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A tremendous amount of digital visual data is being collected every day, and we need efficient and effective algorithms to extract useful information from that data. Considering the complexity of visual data and the expense of human labor, we expect algorithms to have enhanced generalization capability and depend less on domain knowledge. While many topics in computer vision have benefited from machine learning, some document analysis and image quality assessment problems still have not found the best way to utilize it. In the context of document images, a compelling need exists for reliable methods to categorize and extract key information from captured images. In natural image content analysis, accurate quality assessment has become a critical component for many applications. Most current approaches, however, rely on the heuristics designed by human observations on severely limited data. These approaches typically work only on specific types of images and are hard to generalize on complex data from real applications.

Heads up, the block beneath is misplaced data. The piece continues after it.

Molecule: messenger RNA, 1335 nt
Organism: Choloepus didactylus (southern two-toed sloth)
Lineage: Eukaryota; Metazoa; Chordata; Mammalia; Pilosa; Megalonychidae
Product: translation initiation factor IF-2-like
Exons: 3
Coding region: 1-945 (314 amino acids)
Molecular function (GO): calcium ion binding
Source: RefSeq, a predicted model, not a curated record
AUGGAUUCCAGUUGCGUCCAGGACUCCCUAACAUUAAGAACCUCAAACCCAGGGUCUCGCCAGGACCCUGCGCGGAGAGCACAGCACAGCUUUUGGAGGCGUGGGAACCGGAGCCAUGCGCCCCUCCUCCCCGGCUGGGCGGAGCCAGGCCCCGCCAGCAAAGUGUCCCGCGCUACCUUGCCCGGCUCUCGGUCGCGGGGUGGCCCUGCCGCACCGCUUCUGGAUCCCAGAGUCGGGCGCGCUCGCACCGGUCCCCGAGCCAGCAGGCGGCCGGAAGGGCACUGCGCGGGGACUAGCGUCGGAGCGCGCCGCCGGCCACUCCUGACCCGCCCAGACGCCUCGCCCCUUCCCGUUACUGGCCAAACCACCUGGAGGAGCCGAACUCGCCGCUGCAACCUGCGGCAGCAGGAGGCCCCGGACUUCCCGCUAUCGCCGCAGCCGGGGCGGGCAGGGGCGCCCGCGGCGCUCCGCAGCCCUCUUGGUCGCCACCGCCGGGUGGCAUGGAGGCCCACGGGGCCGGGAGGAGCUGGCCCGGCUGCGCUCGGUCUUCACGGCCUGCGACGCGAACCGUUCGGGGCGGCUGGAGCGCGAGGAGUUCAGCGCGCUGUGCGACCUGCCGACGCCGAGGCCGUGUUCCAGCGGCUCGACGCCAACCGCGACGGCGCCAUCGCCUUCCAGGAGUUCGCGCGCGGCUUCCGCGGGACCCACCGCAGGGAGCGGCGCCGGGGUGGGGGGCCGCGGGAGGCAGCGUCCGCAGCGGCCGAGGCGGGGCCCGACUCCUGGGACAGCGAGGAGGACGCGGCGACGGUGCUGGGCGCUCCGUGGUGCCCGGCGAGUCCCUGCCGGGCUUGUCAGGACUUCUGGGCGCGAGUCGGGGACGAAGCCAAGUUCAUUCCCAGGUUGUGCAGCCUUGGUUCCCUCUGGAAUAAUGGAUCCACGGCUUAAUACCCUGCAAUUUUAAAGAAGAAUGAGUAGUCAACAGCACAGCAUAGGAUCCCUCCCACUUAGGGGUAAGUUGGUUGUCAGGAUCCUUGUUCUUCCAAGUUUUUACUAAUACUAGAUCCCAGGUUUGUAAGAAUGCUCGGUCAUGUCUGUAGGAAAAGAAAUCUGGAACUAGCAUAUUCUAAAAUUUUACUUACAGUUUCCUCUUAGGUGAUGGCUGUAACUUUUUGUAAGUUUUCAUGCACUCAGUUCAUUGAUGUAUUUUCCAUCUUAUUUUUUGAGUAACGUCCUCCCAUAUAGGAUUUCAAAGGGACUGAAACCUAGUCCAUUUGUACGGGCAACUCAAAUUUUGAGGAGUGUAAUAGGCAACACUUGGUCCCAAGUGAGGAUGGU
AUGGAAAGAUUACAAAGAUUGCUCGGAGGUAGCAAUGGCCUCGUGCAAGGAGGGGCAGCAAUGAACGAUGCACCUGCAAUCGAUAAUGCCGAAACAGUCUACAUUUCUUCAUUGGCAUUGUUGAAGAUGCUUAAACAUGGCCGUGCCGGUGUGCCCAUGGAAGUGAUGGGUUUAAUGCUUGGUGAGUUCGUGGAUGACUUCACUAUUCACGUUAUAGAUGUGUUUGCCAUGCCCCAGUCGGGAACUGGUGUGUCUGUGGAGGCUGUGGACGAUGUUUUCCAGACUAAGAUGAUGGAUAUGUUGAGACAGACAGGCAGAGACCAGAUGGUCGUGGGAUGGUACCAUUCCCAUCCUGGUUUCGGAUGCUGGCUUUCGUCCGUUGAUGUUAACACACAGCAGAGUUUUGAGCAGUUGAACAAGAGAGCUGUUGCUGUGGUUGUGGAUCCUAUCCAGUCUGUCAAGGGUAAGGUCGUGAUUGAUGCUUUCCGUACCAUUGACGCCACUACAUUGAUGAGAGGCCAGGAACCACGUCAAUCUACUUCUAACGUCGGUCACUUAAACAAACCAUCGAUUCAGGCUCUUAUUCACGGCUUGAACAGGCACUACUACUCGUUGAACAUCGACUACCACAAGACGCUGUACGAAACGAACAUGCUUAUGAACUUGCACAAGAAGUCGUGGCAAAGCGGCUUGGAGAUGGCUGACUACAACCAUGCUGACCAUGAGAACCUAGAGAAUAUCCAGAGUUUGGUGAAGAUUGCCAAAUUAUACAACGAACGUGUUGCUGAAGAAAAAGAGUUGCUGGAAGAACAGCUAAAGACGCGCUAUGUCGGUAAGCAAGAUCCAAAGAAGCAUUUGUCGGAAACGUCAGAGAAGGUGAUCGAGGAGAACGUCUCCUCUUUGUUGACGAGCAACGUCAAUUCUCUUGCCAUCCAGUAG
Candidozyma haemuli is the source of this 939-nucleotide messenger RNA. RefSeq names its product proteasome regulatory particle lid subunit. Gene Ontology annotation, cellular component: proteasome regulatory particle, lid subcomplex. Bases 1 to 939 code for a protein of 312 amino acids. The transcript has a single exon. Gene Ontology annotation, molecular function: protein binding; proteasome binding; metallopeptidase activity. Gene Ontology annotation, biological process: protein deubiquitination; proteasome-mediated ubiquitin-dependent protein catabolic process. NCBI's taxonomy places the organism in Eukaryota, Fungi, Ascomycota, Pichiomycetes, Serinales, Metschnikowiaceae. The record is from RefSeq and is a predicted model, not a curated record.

This dissertation looks to address the challenges of processing heterogeneous visual data by applying effective learning methods that directly model the data with minimal preprocessing and feature engineering. We focus on three important problems - text line detection, document image categorization, and image quality assessment. The data we work on typically contains unconstrained layouts, styles, or noise, which resemble the real data from applications. First, we present a graph-based method, learning the line structure from training data for text line segmentation in handwritten document images, and a general framework to detect multi-oriented scene text lines using Higher-Order Correlation Clustering. Our method depends less on domain knowledge and is robust to variations in fonts or languages. Second, we introduce a general approach for document image genre classification using Convolutional Neural Networks (CNN). The introduction of CNNs for document image genre classification largely reduces the needs of hand-crafted features or domain knowledge. Third, we present our CNN based methods to general-purpose No-Reference Image Quality Assessment (NR-IQA). Our methods bridge the gap between NR-IQA and CNN and opens the door to a broad range of deep learning methods. With excellent local quality estimation ability, our methods demonstrate the state of art performance on both distortion identification and quality estimation.